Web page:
Skip to main content.
home | support | download

Back to List Archive

Re: DLL and license

From: Luke Ross <lukeross(at)>
Date: Thu Jun 27 2002 - 11:27:57 GMT

Patrik Hrkut wrote:

>we are using Swish-e in our Intranet and we are very satisfied with it. We want 
>to use Swish-e also on our commercial CD as search engine. We were looking for
>an DLL library for Swish-e in Internet, but we didn't successful. (Does somebody
>know about existence of such DLL ? ) 
>Now we will try to make own Swish-e DLL. And the question is: 
>When we make an DLL and we use it on our CD in other application (front-end to
>swish-e), should we publish the whole application under GPL, or only the DLL ? 
>Or when we call swish-e.exe (supposing we won't be successful in making DLL )
>from the front-end also the whole application should be pubished under GPL ?
I'm not a lawyer, so I'm not promising this is correct.  The GPL FAQ says:


        I'd like to incorporate GPL-covered software in my proprietary
        system. Can I do this?

You cannot incorporate GPL-covered software in a proprietary system. The 
goal of the GPL is to grant everyone the freedom to copy, redistribute, 
understand, and modify a program. If you could incorporate GPL-covered 
software into a non-free system, it would have the effect of making the 
GPL-covered software non-free too.

A system incorporating a GPL-covered program is an extended version of 
that program. The GPL says that any extended version of the program must 
be released under the GPL if it is released at all. This is for two 
reasons: to make sure that users who get the software get the freedom 
they should have, and to encourage people to give back improvements that 
they make.

However, in many cases you can distribute the GPL-covered software 
alongside your proprietary system. To do this validly, you must make 
sure that the free and non-free programs communicate at arms length, 
that they are not combined in a way that would make them effectively a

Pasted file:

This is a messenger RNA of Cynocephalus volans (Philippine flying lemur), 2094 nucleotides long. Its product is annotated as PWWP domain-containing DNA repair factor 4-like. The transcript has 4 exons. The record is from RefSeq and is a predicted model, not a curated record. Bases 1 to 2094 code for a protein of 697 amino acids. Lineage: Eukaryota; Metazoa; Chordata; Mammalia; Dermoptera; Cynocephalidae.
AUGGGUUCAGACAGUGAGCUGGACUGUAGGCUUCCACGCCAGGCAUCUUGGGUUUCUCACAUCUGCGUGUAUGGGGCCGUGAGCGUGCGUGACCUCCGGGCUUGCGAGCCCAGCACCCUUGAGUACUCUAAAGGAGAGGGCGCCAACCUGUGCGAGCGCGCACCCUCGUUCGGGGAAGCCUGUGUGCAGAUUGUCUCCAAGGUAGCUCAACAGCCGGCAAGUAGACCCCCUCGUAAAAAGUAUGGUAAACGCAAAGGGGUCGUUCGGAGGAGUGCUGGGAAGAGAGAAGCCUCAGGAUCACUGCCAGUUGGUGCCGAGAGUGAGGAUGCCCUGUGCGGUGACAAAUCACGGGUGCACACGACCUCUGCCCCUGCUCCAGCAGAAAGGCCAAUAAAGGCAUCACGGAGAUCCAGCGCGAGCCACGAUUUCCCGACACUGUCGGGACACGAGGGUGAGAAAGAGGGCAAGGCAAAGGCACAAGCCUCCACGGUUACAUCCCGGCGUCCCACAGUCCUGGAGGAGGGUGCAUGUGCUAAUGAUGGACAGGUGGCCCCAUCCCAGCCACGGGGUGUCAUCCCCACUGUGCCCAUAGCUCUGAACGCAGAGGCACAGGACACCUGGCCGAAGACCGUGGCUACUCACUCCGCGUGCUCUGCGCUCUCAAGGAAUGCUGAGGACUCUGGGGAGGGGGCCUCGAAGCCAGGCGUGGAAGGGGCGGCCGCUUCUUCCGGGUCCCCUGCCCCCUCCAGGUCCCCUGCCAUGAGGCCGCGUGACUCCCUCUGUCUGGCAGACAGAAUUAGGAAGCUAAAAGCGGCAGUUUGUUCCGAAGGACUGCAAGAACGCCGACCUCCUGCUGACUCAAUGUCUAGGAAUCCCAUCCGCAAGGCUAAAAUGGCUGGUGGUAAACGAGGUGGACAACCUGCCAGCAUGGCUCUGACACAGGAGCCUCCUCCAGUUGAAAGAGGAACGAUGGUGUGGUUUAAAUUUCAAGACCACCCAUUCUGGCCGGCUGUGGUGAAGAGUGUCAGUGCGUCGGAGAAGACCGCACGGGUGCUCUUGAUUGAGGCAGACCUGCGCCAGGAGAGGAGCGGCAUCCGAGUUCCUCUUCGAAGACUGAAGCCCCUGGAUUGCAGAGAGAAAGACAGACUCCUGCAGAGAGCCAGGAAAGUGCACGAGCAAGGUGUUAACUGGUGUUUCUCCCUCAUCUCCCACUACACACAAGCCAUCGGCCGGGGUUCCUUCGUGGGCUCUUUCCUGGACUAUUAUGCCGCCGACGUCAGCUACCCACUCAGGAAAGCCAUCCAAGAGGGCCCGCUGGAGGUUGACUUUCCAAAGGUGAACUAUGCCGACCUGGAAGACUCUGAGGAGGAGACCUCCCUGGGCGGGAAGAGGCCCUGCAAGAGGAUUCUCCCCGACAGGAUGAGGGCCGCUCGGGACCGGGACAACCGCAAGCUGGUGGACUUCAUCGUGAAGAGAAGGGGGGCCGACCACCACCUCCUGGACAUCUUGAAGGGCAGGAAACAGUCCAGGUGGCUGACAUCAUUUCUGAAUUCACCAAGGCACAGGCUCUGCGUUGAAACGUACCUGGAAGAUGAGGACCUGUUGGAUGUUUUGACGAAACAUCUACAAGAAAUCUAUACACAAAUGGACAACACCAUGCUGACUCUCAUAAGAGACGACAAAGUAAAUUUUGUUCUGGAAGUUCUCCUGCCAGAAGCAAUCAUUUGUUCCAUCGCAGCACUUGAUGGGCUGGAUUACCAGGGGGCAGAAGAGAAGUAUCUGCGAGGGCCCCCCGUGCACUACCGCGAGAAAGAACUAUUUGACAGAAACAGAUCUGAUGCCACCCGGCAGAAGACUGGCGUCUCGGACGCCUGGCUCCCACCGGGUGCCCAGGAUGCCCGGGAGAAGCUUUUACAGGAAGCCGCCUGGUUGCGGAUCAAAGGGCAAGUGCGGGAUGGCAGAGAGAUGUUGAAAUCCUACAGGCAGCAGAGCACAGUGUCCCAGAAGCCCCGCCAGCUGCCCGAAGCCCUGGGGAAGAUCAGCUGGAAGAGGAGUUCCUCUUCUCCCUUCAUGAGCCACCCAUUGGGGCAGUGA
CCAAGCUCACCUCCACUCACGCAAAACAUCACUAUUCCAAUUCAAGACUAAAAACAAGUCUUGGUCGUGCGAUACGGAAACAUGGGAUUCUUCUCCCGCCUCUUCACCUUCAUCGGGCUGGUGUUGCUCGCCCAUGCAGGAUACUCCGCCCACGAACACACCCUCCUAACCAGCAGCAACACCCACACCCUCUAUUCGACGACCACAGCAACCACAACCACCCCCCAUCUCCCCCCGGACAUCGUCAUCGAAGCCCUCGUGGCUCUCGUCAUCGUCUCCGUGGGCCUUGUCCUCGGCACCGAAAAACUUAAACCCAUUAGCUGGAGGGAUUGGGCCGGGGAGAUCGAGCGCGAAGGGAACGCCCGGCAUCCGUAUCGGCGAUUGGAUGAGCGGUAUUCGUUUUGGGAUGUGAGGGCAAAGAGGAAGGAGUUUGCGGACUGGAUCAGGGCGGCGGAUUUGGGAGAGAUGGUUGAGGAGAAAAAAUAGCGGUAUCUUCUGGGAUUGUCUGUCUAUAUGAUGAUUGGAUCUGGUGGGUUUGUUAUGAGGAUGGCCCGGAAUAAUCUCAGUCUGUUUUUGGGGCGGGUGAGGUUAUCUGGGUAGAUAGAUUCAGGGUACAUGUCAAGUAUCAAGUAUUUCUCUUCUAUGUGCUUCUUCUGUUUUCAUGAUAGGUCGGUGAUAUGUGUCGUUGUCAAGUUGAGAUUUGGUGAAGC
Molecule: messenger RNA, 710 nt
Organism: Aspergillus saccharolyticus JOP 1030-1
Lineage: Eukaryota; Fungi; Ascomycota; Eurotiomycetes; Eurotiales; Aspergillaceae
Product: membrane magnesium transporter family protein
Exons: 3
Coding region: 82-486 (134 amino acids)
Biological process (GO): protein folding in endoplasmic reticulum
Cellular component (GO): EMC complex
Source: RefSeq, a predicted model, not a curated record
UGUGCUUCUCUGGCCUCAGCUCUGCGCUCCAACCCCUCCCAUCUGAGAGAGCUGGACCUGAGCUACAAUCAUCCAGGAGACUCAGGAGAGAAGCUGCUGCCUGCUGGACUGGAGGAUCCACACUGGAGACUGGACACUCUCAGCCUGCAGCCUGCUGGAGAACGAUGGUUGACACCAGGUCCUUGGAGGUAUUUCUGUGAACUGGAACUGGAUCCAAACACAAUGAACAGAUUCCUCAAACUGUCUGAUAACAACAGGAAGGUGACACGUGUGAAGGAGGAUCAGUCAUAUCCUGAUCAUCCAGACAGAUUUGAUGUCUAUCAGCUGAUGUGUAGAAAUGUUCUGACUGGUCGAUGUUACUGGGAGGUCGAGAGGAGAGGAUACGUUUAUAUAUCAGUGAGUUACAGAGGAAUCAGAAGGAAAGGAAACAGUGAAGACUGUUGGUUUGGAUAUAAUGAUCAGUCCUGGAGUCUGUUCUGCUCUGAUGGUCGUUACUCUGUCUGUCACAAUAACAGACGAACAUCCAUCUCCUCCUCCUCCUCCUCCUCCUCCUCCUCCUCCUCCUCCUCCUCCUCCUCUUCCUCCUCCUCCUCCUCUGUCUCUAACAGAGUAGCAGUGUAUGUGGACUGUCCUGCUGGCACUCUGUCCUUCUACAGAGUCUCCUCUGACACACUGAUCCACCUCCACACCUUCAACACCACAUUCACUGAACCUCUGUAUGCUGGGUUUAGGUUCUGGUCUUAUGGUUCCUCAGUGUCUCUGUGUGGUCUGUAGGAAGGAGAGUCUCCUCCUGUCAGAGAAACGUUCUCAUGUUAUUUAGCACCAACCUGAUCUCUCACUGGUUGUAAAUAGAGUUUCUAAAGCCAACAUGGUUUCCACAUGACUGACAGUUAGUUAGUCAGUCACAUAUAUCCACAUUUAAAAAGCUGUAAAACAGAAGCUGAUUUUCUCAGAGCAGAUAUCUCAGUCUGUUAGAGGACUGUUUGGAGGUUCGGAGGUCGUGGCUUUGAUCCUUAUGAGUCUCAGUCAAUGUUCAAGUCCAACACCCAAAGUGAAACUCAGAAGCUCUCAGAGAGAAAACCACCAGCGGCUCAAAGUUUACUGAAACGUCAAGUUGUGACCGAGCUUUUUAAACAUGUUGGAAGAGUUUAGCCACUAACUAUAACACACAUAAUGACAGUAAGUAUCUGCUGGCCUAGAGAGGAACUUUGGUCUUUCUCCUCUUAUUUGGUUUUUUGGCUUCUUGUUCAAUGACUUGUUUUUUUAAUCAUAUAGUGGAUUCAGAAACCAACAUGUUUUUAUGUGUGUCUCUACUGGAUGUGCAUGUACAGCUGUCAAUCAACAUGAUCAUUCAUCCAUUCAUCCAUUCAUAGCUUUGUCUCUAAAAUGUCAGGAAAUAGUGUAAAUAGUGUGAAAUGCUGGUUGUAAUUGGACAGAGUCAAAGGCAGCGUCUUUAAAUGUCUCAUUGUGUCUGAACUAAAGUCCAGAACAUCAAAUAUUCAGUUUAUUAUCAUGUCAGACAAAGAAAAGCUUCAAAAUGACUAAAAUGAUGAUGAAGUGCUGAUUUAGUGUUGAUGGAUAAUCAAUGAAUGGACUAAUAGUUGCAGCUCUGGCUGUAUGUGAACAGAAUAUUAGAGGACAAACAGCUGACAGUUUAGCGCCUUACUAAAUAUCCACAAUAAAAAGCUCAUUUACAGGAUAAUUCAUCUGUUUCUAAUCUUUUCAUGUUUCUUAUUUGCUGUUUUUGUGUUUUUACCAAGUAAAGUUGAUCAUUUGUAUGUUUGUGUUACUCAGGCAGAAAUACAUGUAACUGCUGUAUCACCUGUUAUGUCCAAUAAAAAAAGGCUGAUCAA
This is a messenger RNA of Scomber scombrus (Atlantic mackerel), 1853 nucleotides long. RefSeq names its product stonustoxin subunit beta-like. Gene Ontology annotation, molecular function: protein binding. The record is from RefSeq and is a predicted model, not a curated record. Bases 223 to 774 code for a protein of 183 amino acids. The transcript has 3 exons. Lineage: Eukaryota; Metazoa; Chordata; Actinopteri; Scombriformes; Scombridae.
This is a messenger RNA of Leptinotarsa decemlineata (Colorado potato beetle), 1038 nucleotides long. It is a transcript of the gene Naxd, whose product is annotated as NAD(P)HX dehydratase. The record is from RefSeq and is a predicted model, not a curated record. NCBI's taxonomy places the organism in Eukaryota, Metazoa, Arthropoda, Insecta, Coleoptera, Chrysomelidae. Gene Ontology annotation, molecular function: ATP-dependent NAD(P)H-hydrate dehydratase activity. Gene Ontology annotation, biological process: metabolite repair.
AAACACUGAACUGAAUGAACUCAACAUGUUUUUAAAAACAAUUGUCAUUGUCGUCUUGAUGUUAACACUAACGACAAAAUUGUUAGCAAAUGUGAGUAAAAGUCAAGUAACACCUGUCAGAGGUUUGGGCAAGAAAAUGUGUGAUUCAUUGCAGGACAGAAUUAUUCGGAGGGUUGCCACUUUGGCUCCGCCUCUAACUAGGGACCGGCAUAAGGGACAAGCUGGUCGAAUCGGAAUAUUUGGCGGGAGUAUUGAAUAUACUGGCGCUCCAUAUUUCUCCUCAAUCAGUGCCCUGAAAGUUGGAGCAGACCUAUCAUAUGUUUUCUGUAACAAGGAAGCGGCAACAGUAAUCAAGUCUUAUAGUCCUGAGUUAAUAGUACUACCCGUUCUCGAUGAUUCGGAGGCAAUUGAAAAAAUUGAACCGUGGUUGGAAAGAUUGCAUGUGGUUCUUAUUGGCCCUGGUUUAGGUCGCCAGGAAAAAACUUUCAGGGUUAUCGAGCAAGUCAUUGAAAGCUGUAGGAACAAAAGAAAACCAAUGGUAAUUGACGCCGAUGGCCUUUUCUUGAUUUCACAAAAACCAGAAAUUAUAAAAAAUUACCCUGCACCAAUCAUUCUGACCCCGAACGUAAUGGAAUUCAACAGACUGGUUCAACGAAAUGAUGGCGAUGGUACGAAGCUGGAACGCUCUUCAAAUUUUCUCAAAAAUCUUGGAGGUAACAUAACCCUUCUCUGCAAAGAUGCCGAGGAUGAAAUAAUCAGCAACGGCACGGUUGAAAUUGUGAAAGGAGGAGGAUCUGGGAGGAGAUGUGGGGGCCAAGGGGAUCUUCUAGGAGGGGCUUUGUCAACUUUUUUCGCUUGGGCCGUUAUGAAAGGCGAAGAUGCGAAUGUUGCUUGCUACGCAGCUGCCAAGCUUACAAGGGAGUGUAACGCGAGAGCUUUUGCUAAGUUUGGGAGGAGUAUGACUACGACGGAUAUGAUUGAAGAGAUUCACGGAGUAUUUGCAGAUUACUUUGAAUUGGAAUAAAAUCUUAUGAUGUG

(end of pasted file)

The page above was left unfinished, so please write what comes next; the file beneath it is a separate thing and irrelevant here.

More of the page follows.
single program.

The difference between this and "incorporating" the GPL-covered software 
is partly a matter of substance and partly form. The substantive part is 
this: if the two programs are combined so that they become effectively 
two parts of one program, then you can't treat them as two separate 
programs. So the GPL has to cover the whole thing.

If the two programs remain well separated, like the compiler and the 
kernel, or like an editor and a shell, then you can treat them as two 
separate programs--but you have to do it properly. The issue is simply 
one of form: how you describe what you are doing. Why do we care about 
this? Because we want to make sure the users clearly understand the free 
status of the GPL-covered software in the collection.

If people were to distribute GPL-covered software calling it "part of" a 
system that users know is partly proprietary, users might be uncertain 
of their rights regarding the GPL-covered software. But if they know 
that what they have received is a free program plus another program, 
side by side, their rights will be clear.

My interpretation of this is that a DLL is a seperate bit of software 
effectively, communicating at 'arms length' (the DLL calls).  I'd say 
you'd have to release the DLL under the GPL, and release the main 
program under a differerent license, as long as everything relating to 
Swish-E is solely in the DLL.

Received on Thu Jun 27 11:31:30 2002